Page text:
Contains spoilers for The Dark Knight
If an analogy for mainstream cinema is the three minute pop song, then The Dark Knight is a fifteen minute progressive rock epic, complete with harpsichord solo, spoken word interlude and a huge bag of whizz-bang pyrotechnics – with is another way of saying it’s very long. According to my bony backside (always a good arbiter of cinematic quality), its 150 minute running time seemed like five hours – too much dialogue, slow pacing, two endings, scenes that simply go on and on and on. To be honest, I’m surprised that any backside could take it (perhaps there’s a marketing opportunity here for the Chip Smith ‘Numb-o-meter’ – just don’t ask me how it works as I haven’t invented it yet).
So, The Dark Knight. Mark Ravenhill thinks this. On the other hand, John Truby thinks this. In all honesty, I suspect the reason this film has been so stratospherically successful is down to one thing: Heath Ledger’s performance as the Joker. It really is a tour-de-force, as if Ledger has somehow managed to channel the craziest bits of Jack Nicholson through a dilapidated mental asylum. Not that either John Truby or Mark Ravenhill is wrong, of course: Ravenhill thinks there’s too much dialogue and not enough action, and he’s right; Truby believes that “The Dark Knight proves that a movie can be a huge hit because of theme, not in spite of it,” and he’s right as well. And yet strangely I find myself disagreeing with both of them.
Ordinarily, the more complex a plot, the happier I am, and the series of constant moral conundrums that The Dark Knight throws at you are more than welcome – this is a film that the term ‘blockbuster with a brain’ was invented for. However, this narrative and moral complexity tends to disguise the fact that there isn’t really a great deal of emotional content at the movie’s core. The narrative is technically proficient – perhaps overly so – but within its complexities, something gets lost along the way.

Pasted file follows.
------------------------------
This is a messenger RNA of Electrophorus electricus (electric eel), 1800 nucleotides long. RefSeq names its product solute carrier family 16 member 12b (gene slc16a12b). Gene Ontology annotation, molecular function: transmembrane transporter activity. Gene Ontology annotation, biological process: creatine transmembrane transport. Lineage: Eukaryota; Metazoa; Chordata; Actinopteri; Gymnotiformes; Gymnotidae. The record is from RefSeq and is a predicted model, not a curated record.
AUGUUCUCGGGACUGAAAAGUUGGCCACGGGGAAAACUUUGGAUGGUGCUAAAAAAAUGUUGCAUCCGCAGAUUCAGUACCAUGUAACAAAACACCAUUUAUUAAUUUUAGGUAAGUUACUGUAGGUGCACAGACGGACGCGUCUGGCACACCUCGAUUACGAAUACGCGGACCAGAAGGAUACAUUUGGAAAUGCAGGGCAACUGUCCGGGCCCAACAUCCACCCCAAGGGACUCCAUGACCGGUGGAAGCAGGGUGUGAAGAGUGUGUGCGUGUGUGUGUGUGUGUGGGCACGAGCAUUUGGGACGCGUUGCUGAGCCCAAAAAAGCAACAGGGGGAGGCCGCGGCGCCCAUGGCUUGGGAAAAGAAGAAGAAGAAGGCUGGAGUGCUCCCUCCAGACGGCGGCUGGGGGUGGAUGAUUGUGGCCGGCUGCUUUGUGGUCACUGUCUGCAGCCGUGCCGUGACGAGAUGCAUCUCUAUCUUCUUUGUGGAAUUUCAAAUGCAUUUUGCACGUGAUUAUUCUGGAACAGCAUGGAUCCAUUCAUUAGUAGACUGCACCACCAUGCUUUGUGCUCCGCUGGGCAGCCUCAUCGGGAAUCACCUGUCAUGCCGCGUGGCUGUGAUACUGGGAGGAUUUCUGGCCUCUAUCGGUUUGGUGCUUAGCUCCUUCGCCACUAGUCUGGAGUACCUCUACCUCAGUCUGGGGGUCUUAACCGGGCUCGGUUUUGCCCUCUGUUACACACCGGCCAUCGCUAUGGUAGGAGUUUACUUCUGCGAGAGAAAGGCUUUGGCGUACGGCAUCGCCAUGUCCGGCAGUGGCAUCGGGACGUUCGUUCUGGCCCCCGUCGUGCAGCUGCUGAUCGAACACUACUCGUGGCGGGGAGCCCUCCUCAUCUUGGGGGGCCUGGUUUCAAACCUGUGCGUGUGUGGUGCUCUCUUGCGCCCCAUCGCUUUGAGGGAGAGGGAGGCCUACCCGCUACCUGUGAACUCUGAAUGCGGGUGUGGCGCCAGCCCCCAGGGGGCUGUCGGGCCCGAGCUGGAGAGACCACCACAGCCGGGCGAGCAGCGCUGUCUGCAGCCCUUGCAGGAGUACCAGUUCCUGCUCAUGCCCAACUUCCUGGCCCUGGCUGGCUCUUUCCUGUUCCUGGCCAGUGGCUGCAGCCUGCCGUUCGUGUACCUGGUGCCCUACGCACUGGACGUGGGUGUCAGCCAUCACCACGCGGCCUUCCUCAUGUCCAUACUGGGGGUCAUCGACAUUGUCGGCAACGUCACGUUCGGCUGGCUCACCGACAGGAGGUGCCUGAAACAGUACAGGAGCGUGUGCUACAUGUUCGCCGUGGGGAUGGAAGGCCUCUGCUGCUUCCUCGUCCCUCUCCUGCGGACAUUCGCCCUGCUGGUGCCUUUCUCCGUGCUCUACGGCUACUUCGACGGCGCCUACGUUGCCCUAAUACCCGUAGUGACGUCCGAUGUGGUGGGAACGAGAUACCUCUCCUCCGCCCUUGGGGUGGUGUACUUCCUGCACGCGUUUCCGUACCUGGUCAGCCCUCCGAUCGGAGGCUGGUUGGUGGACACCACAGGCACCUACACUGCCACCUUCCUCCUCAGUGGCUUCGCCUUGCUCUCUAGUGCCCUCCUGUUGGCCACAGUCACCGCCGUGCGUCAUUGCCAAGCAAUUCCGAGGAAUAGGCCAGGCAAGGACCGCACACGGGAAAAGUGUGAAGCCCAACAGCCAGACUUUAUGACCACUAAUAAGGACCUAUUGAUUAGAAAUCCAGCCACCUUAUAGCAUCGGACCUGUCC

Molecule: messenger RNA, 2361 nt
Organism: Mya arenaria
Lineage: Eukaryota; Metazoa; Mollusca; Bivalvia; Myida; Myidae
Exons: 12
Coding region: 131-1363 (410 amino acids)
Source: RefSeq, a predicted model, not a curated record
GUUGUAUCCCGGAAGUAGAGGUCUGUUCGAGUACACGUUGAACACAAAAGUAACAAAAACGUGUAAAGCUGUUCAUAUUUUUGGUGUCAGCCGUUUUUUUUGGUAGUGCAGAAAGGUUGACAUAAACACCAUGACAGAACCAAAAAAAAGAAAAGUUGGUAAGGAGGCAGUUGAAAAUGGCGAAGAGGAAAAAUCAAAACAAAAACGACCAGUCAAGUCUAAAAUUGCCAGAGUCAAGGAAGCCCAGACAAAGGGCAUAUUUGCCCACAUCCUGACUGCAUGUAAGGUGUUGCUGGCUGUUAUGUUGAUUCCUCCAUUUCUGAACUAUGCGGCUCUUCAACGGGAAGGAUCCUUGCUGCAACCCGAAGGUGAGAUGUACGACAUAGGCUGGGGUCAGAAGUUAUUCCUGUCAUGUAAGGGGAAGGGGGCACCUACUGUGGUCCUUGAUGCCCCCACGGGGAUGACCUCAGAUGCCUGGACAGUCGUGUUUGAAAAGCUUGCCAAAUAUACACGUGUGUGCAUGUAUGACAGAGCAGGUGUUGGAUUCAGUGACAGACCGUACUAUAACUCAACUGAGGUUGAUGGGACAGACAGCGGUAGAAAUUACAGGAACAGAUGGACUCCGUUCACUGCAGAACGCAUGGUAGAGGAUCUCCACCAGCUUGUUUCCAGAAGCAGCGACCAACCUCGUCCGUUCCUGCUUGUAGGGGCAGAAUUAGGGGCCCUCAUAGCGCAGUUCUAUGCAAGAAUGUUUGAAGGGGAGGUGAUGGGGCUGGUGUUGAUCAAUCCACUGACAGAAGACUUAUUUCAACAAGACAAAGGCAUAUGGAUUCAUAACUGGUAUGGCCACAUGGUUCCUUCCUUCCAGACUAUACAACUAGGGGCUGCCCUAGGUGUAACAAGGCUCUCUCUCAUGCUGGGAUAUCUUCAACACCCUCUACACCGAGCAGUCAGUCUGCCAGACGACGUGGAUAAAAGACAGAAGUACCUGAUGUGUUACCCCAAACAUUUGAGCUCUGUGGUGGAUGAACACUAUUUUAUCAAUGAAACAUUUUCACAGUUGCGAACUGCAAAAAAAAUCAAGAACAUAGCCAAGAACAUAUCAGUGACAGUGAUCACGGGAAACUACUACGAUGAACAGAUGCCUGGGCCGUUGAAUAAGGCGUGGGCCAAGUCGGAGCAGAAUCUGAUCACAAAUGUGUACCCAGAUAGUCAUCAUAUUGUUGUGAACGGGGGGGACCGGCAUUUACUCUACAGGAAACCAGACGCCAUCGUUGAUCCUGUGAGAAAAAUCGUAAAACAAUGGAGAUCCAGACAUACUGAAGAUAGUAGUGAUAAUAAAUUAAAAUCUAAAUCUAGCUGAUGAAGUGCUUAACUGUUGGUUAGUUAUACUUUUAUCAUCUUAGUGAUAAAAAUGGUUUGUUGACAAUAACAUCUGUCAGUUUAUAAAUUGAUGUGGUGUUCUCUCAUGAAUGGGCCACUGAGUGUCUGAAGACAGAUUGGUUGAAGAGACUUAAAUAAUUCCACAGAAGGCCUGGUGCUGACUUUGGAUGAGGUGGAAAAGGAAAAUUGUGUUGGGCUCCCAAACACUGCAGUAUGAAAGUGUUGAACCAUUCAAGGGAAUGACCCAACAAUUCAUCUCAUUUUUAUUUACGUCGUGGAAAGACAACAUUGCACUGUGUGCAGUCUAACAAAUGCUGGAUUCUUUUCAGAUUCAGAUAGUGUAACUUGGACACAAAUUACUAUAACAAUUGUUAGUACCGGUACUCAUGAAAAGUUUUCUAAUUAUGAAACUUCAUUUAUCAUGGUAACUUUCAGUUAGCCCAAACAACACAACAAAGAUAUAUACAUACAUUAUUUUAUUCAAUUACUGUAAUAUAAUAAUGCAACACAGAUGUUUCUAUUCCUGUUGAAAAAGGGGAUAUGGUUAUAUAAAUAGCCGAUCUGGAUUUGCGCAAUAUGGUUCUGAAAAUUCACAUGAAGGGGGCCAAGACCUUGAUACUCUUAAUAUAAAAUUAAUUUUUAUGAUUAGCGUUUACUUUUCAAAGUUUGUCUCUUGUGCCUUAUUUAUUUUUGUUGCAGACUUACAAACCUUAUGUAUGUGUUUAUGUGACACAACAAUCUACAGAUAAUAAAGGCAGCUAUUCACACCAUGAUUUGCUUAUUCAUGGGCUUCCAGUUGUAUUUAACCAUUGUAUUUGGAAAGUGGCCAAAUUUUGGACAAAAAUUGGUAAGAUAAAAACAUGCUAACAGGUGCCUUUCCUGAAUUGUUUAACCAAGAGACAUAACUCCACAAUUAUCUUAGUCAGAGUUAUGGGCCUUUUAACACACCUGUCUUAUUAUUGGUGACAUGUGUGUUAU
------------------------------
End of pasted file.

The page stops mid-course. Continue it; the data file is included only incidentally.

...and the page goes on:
Compare The Dark Knight with Tell No One, a superb French film from Guillaume Canet, adapted from the novel by Harlan Coben. Although the narrative of Tell No One is complex, the central spine of the story is simple, and focuses on Beck’s frantic search for his supposedly dead wife. The Dark Knight has a complex narrative and a dizzying array of themes, the combination of which seem to squeeze all the humanity out of the film.
Interestingly, The Dark Knight is unusual as far as Christopher Nolan’s usual modus operandi goes, inasmuch as it’s told in a linear fashion. The narrative cut ups of Following and The Prestige are nowhere to be seen, mostly because things are complicated enough. However, what the linear narrative does expose here I think is the fact that at its heart, The Dark Knight feels a little empty. Unwind The Prestige and Following and you might even find something similar – that their complex narrative structures successfully disguise the fact that neither of them really entirely manage to engage the viewer on an emotional level. Don’t get me wrong, they’re both great films, but like The Dark Knight, the overall feel is of movies that have been ruthlessly designed, much like a Swiss watch or a formal garden where messy, unpredictable nature doesn’t really have much of a place.
The film’s politics seemed a bit skewed to me as well: mass surveillance of Gotham’s citizenry which is justified by the fact that a single terrorist might be caught at some future point (hmm, sounds familiar); the cover up of Harvey Dent’s crimes due to the fact that the people of Gotham ‘need a hero’. The Dark Knight doesn’t spend too long pondering these uncomfortable questions, which are arguably more interesting than the moral conundrums that John Truby points out.
Anyway, it’s probably pointless arguing with box office receipts in excess of $300 million. Let’s hope that Christopher Nolan does something outside of the Batman franchise next time out...